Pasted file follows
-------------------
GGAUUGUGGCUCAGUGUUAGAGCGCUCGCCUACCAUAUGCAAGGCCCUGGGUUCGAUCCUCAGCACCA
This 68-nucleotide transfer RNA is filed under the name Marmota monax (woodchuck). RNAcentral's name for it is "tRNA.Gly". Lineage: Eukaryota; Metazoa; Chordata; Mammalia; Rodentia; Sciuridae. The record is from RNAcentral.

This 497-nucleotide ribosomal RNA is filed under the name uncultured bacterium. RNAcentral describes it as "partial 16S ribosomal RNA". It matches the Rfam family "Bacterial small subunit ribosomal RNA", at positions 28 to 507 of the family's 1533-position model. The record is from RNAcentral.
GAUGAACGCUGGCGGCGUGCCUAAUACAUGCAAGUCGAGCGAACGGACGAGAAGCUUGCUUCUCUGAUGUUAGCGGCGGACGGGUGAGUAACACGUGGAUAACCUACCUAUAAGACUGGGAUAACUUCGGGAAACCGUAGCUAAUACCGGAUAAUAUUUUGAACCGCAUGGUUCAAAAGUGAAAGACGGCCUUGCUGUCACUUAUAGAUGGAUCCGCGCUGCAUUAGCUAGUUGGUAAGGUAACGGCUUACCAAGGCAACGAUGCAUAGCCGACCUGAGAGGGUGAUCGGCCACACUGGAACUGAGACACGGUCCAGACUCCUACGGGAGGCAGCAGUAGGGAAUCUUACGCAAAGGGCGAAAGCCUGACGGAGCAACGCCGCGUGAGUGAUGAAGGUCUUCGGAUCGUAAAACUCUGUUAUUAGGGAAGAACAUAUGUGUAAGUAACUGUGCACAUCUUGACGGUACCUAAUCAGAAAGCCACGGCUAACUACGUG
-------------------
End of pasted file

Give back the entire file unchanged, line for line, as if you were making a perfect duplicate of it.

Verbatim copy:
GGAUUGUGGCUCAGUGUUAGAGCGCUCGCCUACCAUAUGCAAGGCCCUGGGUUCGAUCCUCAGCACCA
This 68-nucleotide transfer RNA is filed under the name Marmota monax (woodchuck). RNAcentral's name for it is "tRNA.Gly". Lineage: Eukaryota; Metazoa; Chordata; Mammalia; Rodentia; Sciuridae. The record is from RNAcentral.

This 497-nucleotide ribosomal RNA is filed under the name uncultured bacterium. RNAcentral describes it as "partial 16S ribosomal RNA". It matches the Rfam family "Bacterial small subunit ribosomal RNA", at positions 28 to 507 of the family's 1533-position model. The record is from RNAcentral.
GAUGAACGCUGGCGGCGUGCCUAAUACAUGCAAGUCGAGCGAACGGACGAGAAGCUUGCUUCUCUGAUGUUAGCGGCGGACGGGUGAGUAACACGUGGAUAACCUACCUAUAAGACUGGGAUAACUUCGGGAAACCGUAGCUAAUACCGGAUAAUAUUUUGAACCGCAUGGUUCAAAAGUGAAAGACGGCCUUGCUGUCACUUAUAGAUGGAUCCGCGCUGCAUUAGCUAGUUGGUAAGGUAACGGCUUACCAAGGCAACGAUGCAUAGCCGACCUGAGAGGGUGAUCGGCCACACUGGAACUGAGACACGGUCCAGACUCCUACGGGAGGCAGCAGUAGGGAAUCUUACGCAAAGGGCGAAAGCCUGACGGAGCAACGCCGCGUGAGUGAUGAAGGUCUUCGGAUCGUAAAACUCUGUUAUUAGGGAAGAACAUAUGUGUAAGUAACUGUGCACAUCUUGACGGUACCUAAUCAGAAAGCCACGGCUAACUACGUG